Abney Park Cemetery extends over some 32 acres on a north-facing slope running down from
an ancient ridgeway track-now Stoke Newington Church Street-to the course of the Hackey Brook, a stream
which originally ran from two sources in Holloway to the River Lea in central Hackney.
In the early part of the nineteenth century the population of London began to grow, and the
built-up area extended in all directions from from the ancient foundations of the City and Westminster.
The tiny church burial grounds could no longer cope, and several commercial cemetery companies opened
large new burial grounds in a ring a few miles from old London. The Abney Park Cemetery Company opened
its first venture-Abney Park-in May 1840
Abney Park was unusual at the time in that it was expressly a place for Non-Conformists
(ie persons who rejected the ceremonial and liturgy of the Church of England, instead worshipping in
Methodist, Baptist, Congregationalists, Wesleyan and other chapels; the Quakers and Salvationists are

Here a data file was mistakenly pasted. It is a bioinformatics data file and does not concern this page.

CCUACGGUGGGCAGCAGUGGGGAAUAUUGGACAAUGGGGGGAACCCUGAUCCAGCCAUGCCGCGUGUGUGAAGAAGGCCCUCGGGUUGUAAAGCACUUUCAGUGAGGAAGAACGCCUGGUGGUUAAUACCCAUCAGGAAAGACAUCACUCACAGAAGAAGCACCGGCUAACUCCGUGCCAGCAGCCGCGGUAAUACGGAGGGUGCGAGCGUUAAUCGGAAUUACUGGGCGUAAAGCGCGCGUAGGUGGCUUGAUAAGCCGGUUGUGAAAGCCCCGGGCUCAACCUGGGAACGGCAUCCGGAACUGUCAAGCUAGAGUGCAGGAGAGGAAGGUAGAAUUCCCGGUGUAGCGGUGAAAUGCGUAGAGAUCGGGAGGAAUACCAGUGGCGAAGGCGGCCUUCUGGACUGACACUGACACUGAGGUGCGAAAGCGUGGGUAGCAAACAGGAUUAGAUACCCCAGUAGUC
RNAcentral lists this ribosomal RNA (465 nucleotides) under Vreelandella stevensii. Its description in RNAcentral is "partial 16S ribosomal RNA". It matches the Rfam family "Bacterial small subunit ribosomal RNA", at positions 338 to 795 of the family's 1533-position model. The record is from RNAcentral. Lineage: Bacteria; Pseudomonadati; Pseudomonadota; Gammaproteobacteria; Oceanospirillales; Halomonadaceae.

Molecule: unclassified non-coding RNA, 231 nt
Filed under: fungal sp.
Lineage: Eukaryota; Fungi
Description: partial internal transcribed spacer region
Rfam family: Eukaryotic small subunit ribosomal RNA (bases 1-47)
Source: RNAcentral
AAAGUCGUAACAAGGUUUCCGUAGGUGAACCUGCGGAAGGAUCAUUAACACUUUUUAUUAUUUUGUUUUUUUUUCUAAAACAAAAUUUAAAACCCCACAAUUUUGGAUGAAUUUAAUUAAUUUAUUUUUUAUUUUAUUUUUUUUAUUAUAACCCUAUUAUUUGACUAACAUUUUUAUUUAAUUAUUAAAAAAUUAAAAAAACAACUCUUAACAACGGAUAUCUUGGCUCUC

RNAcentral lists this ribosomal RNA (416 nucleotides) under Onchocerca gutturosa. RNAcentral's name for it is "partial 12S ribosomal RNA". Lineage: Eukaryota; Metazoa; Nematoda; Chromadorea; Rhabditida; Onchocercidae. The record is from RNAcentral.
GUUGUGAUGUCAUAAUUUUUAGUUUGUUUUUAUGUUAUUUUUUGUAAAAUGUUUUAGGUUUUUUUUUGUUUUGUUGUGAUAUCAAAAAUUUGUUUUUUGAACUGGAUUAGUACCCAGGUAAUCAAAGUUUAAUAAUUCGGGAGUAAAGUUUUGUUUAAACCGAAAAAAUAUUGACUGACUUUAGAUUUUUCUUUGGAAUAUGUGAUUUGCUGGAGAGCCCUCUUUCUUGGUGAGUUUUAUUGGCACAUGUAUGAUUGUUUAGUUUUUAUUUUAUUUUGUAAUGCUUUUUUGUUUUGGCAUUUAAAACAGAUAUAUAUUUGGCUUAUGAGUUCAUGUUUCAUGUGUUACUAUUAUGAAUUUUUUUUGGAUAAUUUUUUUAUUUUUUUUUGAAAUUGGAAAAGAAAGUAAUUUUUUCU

similar groups), many of whom lived in the area.
This website has been primarily developed in order to allow the public to access the wealth
of family history data that a cemetery of this size obviously possesses. To date, very few cemeteries of
this size and age have made such data available to the public – we hope this will change in the future.
This site can aid family research by more than just providing names and dates from grave
stones, it can also put you in touch with other people who are interested in the same graves as the ones
you are looking at. This may be a distant family member or a student writing a thesis, both can leave
an email address or website link as well as a comment on graves of mutual interest. For this reason, some
of the more advanced features require registration.